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Music composition takes more than creative genius

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Music composition takes more than creative genius

Allan Gillilard sheds some light on the mysterious process of music composition.

When you think of a composer, you can’t help but picture a creative genius that experiences flashes of inspiration and effortlessly creates musical art. In reality, these creative flashes are only a small part of the composition process. Allan Gilliland, a composer and chair of the music department at MacEwan University, says that inspiration is only a small part of music composition. For him, the bulk of it is actually using theory to map out his ideas. He is eager to share his process during “Bringing Black Dots to Life: A Composer’s Journey,” his presentation at MacEwan’s Alberta College Campus on Oct. 21.

Being a freelance composer, Gilliland has written a cornucopia of musical works, including concertos, orchestras, and dramatic plays.

Some of his work appeared in this year’s production of Tom Stoppard’s Arcadia at the Citadel Theatre.

As a composer, he constantly has music playing in the back of his head, “feeding his ear,” he says.

His job essentially never stops. Every morning, without fail, from 5 a.m. to 8 a.m., he is writing music. Most of Gilliland’s pieces are started on the piano before he worries about the other instruments.

“Sometimes it starts out with just a melodic fragment or theme in my head. I can usually come close to finishing the piece on piano,” says Gilliland. “For a while it looks just like a piece of piano music until I translate it and blow it up for the orchestra.”

One skill that composers must be able to master is predicting what a certain melody will sound like with multiple instruments as opposed to just one. Gilliland decides what journey the melody will take with various instruments. Sometimes it is manipulated or it bounces between different sections in the orchestra. While fleshing out the piece, he has to constantly take pitch and volume into account.

“If you have a melody, you can give it to a whole bunch of different instruments and have them play it in different registers. That makes it that much more powerful,” says Gilliland.

After Gilliland has a piece of written music, he eventually develops the piece with a full orchestra. For him, this is the most extraordinary part of being a composer.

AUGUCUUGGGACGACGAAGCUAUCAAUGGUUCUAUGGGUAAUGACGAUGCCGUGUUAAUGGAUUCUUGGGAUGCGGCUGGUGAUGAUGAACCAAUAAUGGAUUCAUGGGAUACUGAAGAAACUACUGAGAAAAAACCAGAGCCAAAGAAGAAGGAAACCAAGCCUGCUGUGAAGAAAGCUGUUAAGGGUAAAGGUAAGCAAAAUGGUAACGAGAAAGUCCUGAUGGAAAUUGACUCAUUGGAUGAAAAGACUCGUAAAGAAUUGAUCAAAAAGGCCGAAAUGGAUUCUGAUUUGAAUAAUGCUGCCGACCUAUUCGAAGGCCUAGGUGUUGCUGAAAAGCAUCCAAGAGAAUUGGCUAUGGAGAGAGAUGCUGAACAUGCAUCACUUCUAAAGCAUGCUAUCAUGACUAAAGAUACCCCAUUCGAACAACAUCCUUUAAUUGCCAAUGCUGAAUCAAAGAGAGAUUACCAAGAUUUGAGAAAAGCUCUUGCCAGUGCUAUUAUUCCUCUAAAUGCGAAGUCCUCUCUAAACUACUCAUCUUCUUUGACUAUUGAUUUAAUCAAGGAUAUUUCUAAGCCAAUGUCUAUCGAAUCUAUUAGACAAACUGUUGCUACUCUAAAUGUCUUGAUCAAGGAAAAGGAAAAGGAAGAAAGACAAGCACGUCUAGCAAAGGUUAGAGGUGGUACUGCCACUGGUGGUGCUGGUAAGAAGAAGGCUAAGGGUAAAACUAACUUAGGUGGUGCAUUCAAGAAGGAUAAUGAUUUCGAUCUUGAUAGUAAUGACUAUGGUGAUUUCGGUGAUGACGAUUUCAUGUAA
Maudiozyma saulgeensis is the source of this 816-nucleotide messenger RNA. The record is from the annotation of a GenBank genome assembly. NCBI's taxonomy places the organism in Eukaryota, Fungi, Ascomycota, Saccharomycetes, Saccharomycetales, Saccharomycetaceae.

“I have a computer program that will play me orchestral samples of what a melody will sound like with many grouped instruments, but it’s nothing as wonderful as standing in front of 60 actually real-life players,” he explains.

The one aspect of the craft that Gilliland wants to stress is that anyone who has a basic understanding of theory can compose a piece of music.

“I’m trying to get away from that super-romanticized image of Beethoven writing only from inspiration,” he says. “I think if you have basic theory, you can and should compose your own music. There’s no better way to understand music.”

This means actually taking the time to practice theory and attaining a firm understanding of it. For some, this can be somewhat of a dreadful task.

“The thing about theory is it’s just math and a lot of A plus B equals C,” says Gilliland.

During his presentation, Gilliland will take the audience through his process of creating an orchestral piece and show some of his works in their earlier stages to demonstrate how they matured into full compositions. Gilliland always notices that the audience is perplexed at the start of his seminar.

“When people come to hear a composer talk, they have this mystified face that basically says, ‘I have no idea how you do this,’” says Gilliland. “I try to show them to the best of my ability how we, as composers, work.”

An element that Gilliland wants to stress about his presentation is that it is not exclusively for composers or musicians.

“I won’t be flinging sheet music or anything like that,” he says. “This is talk for anyone interested in music.”